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UA Physics among top programs in U.S.

JACOB KONST/Arizona Daily Wildcat
The physics department head Daniel Stein said he was happy that UA has been ranked among the top 21 undergraduate physics department programs in the nation.
By Ashley Nowe
Arizona Daily Wildcat
Monday, September 29, 2003

Quarks are the smallest subatomic particles, nothing escapes black holes, the speed of light is constant, and UA physicists are being recognized for keeping undergraduates interested in all this.

The National Task Force on Undergraduate Physics recognized the UA as one of the top 21 undergraduate physics programs in the country.

After discovering that in the last decade, physics bachelor's degrees dropped by 25 percent nationwide, the task force observed physics departments across the nation, to see what was done differently.

"It is a variety of things that reinforce our success," said Daniel Stein, department head of physics. "We make students an important part of our program."

Success is attributed to three factors: a well-built program that is both challenging and supportive, positive faculty attitudes towards changing and developing course activities, and student engagement.

"It doesn't happen overnight," said Fulvio Melia, the associate department head of physics. "The past nine years we have given the department a lot of attention."

Evaluating student's level of understanding so that courses can encompass students at all levels is one reason the UA physics department has succeeded, Stein said.

"We look at our student's introduction level, but we also evaluate them year to year," Melia said. "We don't lose our students through the cracks, because we understand that students may have different needs and we have teachers that can meet those needs."

The physics department has a "personal response system," which allows students to vote on classroom issues, making it easy for the teacher to gauge student's ability, said physics professor J.D. Garcia, who was also a member of the task force.

"I am from Connecticut and one of the things that I looked for in a physics program was enthusiasm in the professors," said physics freshman Tory Carr. "It's teachers like Professor Garcia that make it awesome. He is so into what he does and will do anything to get you into it too."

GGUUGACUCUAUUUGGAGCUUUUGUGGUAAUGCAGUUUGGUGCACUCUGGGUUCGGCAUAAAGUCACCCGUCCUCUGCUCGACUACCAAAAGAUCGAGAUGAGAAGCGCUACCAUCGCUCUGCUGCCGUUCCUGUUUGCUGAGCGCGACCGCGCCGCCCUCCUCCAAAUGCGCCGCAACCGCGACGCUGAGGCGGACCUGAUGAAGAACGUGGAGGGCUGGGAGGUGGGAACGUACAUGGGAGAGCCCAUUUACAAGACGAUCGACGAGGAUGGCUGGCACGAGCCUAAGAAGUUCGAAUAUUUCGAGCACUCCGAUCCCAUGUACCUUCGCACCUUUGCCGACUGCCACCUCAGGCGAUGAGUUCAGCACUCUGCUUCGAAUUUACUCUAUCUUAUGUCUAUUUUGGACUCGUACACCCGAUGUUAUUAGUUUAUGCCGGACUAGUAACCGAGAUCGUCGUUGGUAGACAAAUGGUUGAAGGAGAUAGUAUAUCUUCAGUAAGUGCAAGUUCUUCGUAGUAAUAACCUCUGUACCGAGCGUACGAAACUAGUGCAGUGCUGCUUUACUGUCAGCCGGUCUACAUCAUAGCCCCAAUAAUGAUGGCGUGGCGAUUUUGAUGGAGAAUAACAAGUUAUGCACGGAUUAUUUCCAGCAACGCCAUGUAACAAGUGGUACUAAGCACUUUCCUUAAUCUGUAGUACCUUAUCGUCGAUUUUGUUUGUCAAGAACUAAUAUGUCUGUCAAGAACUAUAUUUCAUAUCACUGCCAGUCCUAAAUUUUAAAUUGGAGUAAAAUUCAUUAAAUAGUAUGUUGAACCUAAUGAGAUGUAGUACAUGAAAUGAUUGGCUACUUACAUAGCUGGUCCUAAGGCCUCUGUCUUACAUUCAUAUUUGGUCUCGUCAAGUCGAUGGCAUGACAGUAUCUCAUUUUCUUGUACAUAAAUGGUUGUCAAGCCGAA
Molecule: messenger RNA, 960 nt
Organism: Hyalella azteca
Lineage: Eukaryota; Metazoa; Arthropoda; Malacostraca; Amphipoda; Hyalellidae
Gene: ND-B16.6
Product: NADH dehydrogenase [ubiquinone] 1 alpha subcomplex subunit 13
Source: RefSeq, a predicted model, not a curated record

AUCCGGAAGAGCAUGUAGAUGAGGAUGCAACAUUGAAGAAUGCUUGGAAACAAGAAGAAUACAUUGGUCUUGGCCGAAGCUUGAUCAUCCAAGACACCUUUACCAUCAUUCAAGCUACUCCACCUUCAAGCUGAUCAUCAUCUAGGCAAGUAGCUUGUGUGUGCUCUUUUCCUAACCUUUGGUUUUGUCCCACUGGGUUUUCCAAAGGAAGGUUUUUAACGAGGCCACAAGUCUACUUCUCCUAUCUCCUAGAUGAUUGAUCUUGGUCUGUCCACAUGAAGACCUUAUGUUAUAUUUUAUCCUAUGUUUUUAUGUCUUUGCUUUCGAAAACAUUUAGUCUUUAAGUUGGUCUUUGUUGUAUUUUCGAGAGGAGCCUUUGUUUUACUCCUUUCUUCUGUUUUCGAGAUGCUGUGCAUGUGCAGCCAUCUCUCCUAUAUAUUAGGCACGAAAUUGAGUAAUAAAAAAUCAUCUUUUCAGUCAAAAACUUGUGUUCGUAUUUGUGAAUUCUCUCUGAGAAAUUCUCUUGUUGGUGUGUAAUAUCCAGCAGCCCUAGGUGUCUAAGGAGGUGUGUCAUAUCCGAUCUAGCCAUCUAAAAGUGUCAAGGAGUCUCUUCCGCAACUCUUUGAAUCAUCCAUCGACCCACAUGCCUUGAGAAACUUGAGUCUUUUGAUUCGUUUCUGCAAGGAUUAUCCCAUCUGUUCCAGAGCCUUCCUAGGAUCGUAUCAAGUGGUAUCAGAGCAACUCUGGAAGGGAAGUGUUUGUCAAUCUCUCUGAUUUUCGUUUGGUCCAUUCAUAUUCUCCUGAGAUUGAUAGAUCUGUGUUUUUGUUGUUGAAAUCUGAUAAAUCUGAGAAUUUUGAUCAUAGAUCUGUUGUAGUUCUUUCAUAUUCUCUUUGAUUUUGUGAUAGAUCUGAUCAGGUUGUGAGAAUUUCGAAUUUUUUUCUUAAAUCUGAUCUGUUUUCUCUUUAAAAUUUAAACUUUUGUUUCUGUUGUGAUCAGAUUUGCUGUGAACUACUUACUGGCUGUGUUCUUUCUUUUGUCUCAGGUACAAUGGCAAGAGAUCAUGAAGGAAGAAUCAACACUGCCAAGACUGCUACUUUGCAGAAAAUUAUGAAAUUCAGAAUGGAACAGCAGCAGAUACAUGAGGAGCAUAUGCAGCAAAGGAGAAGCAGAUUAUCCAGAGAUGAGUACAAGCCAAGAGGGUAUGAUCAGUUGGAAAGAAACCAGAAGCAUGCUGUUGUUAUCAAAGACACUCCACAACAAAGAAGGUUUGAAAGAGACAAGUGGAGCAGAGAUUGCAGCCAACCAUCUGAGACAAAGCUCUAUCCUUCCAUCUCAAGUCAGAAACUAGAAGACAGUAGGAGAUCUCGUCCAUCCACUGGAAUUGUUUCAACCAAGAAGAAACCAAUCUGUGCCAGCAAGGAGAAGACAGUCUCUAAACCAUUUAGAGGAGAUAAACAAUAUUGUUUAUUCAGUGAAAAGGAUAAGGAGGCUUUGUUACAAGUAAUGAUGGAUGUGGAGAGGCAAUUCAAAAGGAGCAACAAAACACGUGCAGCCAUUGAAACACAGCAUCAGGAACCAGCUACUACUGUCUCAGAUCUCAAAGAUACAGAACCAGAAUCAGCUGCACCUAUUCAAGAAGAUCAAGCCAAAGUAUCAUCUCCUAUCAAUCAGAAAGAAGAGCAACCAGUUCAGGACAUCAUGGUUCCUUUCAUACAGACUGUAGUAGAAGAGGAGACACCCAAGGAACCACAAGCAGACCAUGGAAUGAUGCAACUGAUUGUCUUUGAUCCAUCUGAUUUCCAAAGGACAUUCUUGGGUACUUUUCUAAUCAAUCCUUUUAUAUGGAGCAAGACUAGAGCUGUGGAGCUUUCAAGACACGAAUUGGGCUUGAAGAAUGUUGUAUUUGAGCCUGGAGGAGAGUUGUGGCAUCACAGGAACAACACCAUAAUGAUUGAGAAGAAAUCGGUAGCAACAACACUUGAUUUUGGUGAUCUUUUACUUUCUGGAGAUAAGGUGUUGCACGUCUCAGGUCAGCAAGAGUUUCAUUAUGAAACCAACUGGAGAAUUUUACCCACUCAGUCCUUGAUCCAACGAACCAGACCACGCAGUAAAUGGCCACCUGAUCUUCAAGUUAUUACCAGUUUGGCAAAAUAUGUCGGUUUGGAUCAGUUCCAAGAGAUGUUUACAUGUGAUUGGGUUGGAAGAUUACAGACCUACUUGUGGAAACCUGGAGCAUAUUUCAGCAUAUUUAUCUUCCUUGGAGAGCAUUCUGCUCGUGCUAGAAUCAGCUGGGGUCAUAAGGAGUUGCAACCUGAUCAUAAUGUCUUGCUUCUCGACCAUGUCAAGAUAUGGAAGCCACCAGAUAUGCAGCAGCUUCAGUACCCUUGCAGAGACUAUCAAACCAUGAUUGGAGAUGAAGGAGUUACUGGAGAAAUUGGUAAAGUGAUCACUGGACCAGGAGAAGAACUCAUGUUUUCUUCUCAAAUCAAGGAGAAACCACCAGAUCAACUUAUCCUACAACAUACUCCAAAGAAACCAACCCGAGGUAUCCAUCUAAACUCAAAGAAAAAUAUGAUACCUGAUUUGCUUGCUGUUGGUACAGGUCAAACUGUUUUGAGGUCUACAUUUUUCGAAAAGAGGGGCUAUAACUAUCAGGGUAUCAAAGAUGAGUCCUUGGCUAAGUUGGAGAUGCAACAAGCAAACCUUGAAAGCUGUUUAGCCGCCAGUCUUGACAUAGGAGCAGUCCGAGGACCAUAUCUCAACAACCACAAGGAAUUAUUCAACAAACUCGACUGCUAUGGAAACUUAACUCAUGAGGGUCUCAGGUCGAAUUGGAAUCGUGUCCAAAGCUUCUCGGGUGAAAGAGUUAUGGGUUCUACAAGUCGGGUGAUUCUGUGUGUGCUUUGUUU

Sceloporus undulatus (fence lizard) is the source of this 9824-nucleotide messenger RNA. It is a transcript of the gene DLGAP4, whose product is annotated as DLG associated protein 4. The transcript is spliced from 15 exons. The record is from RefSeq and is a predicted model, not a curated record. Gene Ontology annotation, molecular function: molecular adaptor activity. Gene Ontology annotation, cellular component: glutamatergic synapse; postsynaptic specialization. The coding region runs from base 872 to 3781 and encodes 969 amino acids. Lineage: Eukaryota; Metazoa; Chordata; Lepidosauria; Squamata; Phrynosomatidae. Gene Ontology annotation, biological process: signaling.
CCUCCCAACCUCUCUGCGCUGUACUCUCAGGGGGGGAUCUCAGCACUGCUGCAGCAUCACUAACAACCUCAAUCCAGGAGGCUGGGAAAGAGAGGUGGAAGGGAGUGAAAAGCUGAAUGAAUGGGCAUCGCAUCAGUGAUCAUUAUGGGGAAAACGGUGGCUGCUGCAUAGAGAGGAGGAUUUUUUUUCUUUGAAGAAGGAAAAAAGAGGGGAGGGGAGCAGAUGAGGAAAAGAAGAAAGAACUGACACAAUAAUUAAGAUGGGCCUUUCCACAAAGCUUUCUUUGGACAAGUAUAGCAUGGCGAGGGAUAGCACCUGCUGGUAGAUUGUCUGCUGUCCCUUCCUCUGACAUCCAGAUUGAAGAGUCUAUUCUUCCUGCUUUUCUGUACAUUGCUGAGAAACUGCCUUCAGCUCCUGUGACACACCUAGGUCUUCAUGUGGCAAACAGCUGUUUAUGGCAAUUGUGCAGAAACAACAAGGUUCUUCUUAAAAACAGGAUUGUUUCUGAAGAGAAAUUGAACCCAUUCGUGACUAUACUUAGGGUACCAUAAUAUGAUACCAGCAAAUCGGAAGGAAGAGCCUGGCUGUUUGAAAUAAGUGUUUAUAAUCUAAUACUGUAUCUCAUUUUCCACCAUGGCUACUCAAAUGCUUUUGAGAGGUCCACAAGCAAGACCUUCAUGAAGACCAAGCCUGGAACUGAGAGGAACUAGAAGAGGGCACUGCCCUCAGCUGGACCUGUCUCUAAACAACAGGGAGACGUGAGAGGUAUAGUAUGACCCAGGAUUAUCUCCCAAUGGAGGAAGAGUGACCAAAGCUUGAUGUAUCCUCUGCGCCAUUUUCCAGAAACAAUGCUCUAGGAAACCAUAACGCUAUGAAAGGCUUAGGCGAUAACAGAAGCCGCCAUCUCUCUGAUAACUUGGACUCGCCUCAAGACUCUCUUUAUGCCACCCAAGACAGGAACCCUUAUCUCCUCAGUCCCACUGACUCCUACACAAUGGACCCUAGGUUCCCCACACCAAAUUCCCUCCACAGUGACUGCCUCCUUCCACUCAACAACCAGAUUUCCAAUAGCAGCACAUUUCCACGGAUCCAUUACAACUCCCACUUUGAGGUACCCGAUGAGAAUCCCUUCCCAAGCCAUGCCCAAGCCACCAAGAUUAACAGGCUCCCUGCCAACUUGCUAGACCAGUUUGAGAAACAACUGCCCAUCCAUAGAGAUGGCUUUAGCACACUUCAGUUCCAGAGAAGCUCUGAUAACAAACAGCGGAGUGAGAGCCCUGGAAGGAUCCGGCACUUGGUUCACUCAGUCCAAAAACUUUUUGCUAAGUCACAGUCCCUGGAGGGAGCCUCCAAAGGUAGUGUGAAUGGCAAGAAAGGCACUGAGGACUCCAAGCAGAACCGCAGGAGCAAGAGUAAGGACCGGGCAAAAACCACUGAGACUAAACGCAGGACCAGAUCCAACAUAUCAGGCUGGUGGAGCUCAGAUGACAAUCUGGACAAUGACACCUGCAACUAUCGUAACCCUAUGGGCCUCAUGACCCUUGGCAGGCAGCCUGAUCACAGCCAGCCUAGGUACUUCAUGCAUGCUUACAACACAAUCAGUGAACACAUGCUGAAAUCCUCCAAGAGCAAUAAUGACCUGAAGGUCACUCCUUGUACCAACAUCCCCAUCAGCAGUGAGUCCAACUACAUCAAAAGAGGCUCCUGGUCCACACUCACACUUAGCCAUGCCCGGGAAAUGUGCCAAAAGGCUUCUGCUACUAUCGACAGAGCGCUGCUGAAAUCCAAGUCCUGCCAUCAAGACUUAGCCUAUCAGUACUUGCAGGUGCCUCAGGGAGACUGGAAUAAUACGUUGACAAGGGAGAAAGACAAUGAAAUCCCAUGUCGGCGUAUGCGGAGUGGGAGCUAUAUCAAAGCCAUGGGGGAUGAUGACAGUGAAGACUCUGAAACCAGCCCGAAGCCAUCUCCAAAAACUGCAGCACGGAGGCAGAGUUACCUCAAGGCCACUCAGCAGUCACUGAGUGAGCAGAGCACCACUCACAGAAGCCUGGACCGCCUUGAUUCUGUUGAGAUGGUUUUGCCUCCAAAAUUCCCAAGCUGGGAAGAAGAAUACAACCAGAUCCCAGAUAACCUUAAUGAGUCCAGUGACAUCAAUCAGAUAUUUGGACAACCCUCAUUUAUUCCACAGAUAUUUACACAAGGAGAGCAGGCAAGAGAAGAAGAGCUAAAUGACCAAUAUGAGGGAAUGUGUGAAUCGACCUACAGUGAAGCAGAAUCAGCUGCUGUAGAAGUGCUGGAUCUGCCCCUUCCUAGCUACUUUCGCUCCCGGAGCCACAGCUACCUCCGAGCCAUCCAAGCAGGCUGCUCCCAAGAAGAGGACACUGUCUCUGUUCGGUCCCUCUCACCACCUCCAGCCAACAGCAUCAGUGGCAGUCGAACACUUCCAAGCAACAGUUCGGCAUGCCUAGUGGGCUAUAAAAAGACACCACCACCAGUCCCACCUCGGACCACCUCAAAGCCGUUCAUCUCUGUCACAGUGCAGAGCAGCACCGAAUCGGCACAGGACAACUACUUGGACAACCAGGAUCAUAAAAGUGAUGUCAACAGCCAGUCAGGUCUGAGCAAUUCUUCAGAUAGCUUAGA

Student involvement in evaluation of curriculum and teacher performance also set the department aside, according to the task force report.

The physics department has a "curriculum committee" composed of mostly seniors, which judges the teachers and the course work, allowing the department to get student feedback.

"We like to get input from people that have been through it," Stein said. "I understand that it all looks different from the other side and we want to know what works and what doesn't."

The third key to keeping students interested in physics is allowing students to get involved with research, Stein said.

"One of the reasons I came to the UA is for the physics program," said physics sophomore Chris Carlson. "The things we learn are very pertinent to modern physics, and I want to get into research and the UA does modern research."

The UA allows students at all levels to participate in research, which gives students a hands-on experience and also strengthens faculty-student relationships, Garcia said.

"It is important to get students turned on to physics and research can do this," Garcia said. "What's great is that any student can participate in this frontline research."

After being critiqued five years ago by other science departments on campus, which said the UA had a lackluster physics department and teaching was not what it should be, the department underwent a lot of changes to make it better, Stein said.

New faculty members were hired, research grants more than doubled and student outreach programs went to high schools to promote the UA physics department, Stein said.

"It is an honor for the UA," Garcia said. "It comes from caring a lot about teaching and involving the students in our own learning."

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